On the other hand, we also have a foreign debt, and that implies that the interest is being paid to the external sources since they are the ones from which the government has borrowed. These may include IMF, the World Bank, and similar institutions. Foreign debt is estimated at Rs 113 billion.

Naturally, you’d expect that the foreign debt is the main problem here. However, it’s not. In Pakistan, the bigger issue is the domestic debt itself, since it has a much bigger interest than the one that’s supposed to be paid to the foreign sources.

Micro and Megaprojects

The difference between these two is that micro projects include rural roads, or small dams at best, mostly don’t get much public attention, they’re not suitable for showing off. On the other hand, mega projects like large dams, and highways receive tons of attention from both, media and the public. This makes it government’s favorite, and much more money goes to planning and starting such projects.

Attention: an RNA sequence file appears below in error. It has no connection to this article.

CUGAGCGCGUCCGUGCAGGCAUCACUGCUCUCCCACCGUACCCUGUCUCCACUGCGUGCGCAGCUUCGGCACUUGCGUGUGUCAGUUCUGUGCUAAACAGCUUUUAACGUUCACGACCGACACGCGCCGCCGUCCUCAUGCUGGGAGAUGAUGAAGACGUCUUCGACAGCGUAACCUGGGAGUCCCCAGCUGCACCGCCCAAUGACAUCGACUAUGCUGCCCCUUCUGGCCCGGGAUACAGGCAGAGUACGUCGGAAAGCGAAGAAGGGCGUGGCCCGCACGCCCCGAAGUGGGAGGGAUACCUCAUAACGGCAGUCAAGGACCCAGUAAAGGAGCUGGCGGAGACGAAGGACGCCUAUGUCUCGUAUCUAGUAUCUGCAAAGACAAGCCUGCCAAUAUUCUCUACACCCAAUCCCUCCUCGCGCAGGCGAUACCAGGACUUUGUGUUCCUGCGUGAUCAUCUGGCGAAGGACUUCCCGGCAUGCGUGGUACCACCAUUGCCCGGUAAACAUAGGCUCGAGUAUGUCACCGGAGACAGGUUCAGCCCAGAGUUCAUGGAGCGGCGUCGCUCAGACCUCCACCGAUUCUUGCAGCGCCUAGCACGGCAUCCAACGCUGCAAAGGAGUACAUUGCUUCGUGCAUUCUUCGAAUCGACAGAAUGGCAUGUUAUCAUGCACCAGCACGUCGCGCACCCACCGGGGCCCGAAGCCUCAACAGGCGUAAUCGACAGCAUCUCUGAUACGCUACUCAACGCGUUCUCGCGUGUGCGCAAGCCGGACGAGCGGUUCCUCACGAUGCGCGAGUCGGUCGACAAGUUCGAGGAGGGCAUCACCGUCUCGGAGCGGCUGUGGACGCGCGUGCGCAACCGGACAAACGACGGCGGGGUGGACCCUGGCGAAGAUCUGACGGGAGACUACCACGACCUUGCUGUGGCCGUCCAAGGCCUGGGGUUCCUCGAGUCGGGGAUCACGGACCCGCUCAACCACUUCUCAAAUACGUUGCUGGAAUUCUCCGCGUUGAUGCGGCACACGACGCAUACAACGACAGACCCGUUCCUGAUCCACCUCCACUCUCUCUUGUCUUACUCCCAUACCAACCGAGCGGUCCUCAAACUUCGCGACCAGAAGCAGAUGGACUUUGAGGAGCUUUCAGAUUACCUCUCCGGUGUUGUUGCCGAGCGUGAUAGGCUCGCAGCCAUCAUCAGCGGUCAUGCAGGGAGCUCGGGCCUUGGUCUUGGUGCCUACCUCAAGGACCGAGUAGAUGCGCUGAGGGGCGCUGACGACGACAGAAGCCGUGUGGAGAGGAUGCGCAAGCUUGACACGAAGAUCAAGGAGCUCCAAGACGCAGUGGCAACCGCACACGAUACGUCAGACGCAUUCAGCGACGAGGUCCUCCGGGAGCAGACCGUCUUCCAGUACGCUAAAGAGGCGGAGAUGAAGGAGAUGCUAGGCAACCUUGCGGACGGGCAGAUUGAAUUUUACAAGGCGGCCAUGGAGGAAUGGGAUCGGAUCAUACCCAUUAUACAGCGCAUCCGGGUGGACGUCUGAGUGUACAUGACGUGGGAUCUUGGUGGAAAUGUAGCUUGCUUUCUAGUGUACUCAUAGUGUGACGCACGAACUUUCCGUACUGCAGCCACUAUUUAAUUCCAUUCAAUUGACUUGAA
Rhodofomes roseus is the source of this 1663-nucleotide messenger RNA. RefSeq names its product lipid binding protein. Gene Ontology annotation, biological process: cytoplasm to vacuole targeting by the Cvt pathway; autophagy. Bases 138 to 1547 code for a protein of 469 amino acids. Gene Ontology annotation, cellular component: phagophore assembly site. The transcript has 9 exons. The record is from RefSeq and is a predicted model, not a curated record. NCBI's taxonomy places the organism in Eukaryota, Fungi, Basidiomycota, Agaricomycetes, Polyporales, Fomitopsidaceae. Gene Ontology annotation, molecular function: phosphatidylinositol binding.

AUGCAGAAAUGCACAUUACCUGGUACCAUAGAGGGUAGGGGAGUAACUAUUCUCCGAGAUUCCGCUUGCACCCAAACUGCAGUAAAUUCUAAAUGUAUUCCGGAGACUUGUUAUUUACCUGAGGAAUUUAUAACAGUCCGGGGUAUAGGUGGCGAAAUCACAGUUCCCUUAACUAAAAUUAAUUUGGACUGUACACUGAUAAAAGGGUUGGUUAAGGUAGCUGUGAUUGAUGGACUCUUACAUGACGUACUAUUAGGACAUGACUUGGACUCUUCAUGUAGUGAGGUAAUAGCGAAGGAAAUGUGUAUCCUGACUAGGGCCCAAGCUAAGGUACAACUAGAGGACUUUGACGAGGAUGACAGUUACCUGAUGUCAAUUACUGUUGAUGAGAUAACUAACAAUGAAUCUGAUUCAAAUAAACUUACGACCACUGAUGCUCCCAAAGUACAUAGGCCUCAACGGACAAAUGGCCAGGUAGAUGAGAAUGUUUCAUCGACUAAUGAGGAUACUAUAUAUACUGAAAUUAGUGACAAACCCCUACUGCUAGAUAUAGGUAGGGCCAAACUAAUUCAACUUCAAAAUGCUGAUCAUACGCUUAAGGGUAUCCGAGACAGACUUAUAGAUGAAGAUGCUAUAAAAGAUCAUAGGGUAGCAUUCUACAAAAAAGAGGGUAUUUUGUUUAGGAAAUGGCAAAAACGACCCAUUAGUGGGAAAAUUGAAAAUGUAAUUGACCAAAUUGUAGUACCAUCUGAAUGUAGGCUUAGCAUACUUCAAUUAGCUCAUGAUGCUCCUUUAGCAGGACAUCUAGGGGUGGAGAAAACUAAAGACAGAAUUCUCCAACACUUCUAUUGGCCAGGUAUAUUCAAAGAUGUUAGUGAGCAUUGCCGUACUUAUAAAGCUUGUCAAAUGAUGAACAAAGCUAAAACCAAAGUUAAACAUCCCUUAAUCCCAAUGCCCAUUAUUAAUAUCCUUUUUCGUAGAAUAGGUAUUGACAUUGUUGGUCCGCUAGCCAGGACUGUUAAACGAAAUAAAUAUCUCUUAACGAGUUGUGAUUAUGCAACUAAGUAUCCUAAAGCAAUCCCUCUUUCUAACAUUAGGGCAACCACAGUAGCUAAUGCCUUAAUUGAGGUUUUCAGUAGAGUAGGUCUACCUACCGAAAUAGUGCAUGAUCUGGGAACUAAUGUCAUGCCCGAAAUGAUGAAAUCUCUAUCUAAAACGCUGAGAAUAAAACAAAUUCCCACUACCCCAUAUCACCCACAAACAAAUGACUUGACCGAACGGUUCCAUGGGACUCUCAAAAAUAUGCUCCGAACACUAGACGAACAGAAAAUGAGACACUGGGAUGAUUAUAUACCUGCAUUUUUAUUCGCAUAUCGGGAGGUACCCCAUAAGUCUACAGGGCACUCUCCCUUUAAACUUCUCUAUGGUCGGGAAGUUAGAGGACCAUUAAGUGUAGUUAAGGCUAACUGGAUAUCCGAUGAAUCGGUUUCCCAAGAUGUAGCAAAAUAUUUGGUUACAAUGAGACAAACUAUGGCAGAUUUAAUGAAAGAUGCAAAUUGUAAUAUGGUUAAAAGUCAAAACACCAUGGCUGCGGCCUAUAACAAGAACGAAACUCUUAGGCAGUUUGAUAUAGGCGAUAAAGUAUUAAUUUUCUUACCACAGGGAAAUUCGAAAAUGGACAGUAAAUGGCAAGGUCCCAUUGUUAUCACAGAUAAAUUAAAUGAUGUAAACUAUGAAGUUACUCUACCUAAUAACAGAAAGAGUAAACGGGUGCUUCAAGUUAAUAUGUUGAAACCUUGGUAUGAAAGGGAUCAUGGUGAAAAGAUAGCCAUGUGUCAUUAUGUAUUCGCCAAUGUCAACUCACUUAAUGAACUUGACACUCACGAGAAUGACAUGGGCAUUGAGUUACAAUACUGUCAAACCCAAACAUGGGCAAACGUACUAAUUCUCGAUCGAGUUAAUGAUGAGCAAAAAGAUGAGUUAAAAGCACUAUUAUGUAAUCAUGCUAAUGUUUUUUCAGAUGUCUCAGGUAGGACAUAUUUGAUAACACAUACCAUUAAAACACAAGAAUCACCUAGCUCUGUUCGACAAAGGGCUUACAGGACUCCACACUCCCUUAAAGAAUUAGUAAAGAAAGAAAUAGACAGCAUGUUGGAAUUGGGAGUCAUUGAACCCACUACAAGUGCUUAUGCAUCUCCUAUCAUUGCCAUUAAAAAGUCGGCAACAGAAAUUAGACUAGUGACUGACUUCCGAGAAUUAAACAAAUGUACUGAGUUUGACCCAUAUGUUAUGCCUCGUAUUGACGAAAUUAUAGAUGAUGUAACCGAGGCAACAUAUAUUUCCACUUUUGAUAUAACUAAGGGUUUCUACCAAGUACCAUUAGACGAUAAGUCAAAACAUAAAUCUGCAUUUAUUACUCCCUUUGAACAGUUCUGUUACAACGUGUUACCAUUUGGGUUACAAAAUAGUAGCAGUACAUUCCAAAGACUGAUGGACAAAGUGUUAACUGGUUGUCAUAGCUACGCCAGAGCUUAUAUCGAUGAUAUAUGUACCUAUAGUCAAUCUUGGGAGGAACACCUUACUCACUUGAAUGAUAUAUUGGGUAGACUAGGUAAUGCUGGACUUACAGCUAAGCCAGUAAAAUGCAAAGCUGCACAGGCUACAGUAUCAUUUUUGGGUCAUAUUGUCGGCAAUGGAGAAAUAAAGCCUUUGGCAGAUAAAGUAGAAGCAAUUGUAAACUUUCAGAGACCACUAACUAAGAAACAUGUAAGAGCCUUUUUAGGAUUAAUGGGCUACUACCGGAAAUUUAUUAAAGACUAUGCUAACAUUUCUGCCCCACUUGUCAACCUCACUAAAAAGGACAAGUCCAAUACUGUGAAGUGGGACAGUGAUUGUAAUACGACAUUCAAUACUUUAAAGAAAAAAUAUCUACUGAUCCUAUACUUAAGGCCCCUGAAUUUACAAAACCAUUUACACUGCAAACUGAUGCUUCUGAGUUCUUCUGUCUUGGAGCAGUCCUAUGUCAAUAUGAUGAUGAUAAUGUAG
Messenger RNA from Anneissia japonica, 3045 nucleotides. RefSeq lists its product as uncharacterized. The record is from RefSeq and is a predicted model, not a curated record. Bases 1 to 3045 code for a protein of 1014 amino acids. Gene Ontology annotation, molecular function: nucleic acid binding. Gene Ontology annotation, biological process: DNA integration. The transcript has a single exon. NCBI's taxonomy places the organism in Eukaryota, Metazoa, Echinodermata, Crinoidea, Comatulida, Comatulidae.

Of course, the issue here is easy to spot as well. Mega projects can’t be as easily inspected and criticized by the public, and that makes it prone to corruption, which mostly involves numerous kickbacks. Micro projects, on the other hand, are much more easily managed when it comes to the involvement of the people.

From these analyses, it’s not easy being optimistic about the coming budget. Many agree that not that much of out-of-the-box thinking has gone into planning the budget, and the more likely explanation is that the aim was to balance out the account books. That’s mostly why no one expects any real move when it comes to Pakistan being self-reliant and being able to sustain itself with its own money.

It’s expected that things will go up for a while, the salaries and pensions will be raised, but only so that the government could ensure the votes of the poor when the time comes. After that, the country will be back to borrowing from banks, further burdening the economy.